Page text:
Clinton's warning: Tea Party is a corporate front

Stumping in Minnesota, he calls Michele Bachmann "the ultimate example of putting ideology over evidence"

Published September 15, 2010 5:20PM (EDT)

Tarryl Clark and Bill Clinton
Tarryl Clark and Bill Clinton

As Tea Party activists celebrated their upset triumph in Delaware, Bill Clinton showed up in Minneapolis to support the Democrat challenging the insurgent Republican movement’s favorite member of Congress:  Michele Bachmann, R-Minn., the founder of the Congressional Tea Party Caucus.

At a late-night fundraiser for state Sen. Tarryl Clark, Clinton described Bachmann as the epitome of a trend he regards as profoundly dangerous to the nation’s future. "Your opponent," he told Clark, "is the ultimate example of putting ideology over evidence."

"I respect people with a conservative philosophy," he continued. "This country has been well-served by having two broad traditions within which people can operate. If you have a philosophy, it means you’re generally inclined one way or the other but you’re open to evidence. If you have an ideology, it means everything is determined by dogma and you’re impervious to evidence. Evidence is irrelevant.

"That’s how I see Rep. Bachmann. She’s very attractive in saying all these things she says, but it’s pretty stupid."

Clinton lamented that "a distinguished former governor of Delaware was beaten tonight by the so-called tea party candidate" because enough primary voters had accepted a "new narrative" promoted by the extreme right. "They’re saying that Barack Obama represents the spearhead of this vast socialist conspiracy to have government swallow up the fabric of American life and he’s going to crush our individualism, and our freedom, and the vitality of small business ... They tell us that they they represent America the way it used to be, self-reliant, virtuous individuals and small businesses. And the truth is, what they want to do is dismantle government so corporations, big corporations will control our destiny."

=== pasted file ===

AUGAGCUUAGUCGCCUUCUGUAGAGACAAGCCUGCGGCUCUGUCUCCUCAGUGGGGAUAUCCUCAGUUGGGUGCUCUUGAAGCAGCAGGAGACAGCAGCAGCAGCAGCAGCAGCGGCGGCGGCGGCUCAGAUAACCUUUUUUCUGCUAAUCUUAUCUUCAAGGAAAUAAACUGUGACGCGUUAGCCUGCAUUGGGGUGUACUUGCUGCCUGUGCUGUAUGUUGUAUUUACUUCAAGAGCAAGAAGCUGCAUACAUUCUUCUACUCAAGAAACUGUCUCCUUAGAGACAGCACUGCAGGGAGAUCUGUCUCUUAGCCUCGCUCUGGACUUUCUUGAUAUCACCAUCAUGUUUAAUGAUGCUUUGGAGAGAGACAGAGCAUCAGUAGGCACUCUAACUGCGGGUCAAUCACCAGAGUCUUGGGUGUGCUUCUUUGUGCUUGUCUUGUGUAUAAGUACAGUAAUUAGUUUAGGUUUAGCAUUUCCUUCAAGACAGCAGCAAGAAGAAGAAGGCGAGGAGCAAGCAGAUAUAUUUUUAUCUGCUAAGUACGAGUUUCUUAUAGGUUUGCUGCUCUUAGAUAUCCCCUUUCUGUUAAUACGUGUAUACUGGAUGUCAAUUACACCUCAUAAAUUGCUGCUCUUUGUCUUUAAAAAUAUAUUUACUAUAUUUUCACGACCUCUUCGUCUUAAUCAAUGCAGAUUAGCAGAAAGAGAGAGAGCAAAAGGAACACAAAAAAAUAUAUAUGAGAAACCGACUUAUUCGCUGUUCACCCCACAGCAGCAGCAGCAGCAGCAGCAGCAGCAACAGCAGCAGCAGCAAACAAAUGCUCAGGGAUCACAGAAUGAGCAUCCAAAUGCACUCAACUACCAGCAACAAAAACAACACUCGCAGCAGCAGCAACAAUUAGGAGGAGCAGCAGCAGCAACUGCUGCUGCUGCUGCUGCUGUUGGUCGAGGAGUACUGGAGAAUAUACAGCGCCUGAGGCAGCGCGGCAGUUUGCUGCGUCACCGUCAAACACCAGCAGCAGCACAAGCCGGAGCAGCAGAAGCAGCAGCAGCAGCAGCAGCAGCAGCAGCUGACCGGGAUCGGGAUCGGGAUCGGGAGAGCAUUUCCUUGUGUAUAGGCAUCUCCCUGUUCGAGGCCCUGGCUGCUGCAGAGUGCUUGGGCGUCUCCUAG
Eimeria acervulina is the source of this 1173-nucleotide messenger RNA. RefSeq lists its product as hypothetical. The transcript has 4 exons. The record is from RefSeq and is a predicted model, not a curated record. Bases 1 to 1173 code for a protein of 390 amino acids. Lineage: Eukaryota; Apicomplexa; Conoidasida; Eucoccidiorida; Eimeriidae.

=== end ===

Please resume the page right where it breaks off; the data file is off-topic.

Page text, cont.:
The former president said that over the past year, "their party has moved closer to Michele Bachmann. Look, in Utah a very conservative senator, Bob Bennett, was defeated for one reason -- because he dared to sponsor a healthcare plan with a Democrat, Ron Wyden. And he did that because he looked at the evidence, that this country was going to be killed economically if we didn’t begin to control healthcare costs."

The Republican Party had changed, said Clinton, during the course of his own lifetime. "It’s a very different Republican Party from the one I grew up with," he said, a change that began "when they foresaked their founder, Abraham Lincoln" to chase segregationist voters in the South. Republican traditions favored private initiative and smaller government, but if the nation needed federal action, the Republicans supported it. He recited a litany of landmark Republican programs, from Lincoln’s creation of the land-grant college system to Theodore Roosevelt’s anti-trust reforms to Eisenhower’s construction of the Interstate Highway System.

"For the past 30 years they’ve been telling us that government is the problem and the destruction of government is the solution," said Clinton, "and now I think they’ve gotten to the point where they actually believe it ... It’s very important to our country that we don’t go that way. You can’t be impervious to evidence or you’ll get into trouble."

The fundraising party for Clark, held at a Minneapolis hotel, concluded a very long day of campaigning for Clinton that began in Ohio with several events for embattled incumbent Gov. Ted Strickland and included a fundraiser and rally for Mark Dayton, the Democratic nominee for governor in Minnesota.

More than once on primary day, Clinton made glancing, snarky remarks about the wackiness of the Tea Party. "Up in Alaska," he said of Joe Miller, the Republican Senate nominee who defeated incumbent Sen. Lisa Murkowski, "they have a candidate who will tell you that he went to Yale Law School," the Clintons' own legal alma mater. "What he won’t tell you is that he didn’t learn anything there. He says that unemployment insurance is unconstitutional! So now the Constitution means that we must have another 5 or 10 million people in bread lines!"

And at another point he mocked  Dan Maes, the floundering Republican gubernatorial candidate in Colorado. "He says that the bike paths that have made Denver one of the healthiest cities in the country are a plot to turn over Colorado’s sovereignty to the United Nations." Clinton paused and chuckled. "I didn’t make this stuff up." 

By Joe Conason

Joe Conason is the editor in chief of To find out more about Joe Conason, visit the Creators Syndicate website at

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2010 Elections Barack Obama Bill Clinton Michele Bachmann R-minn.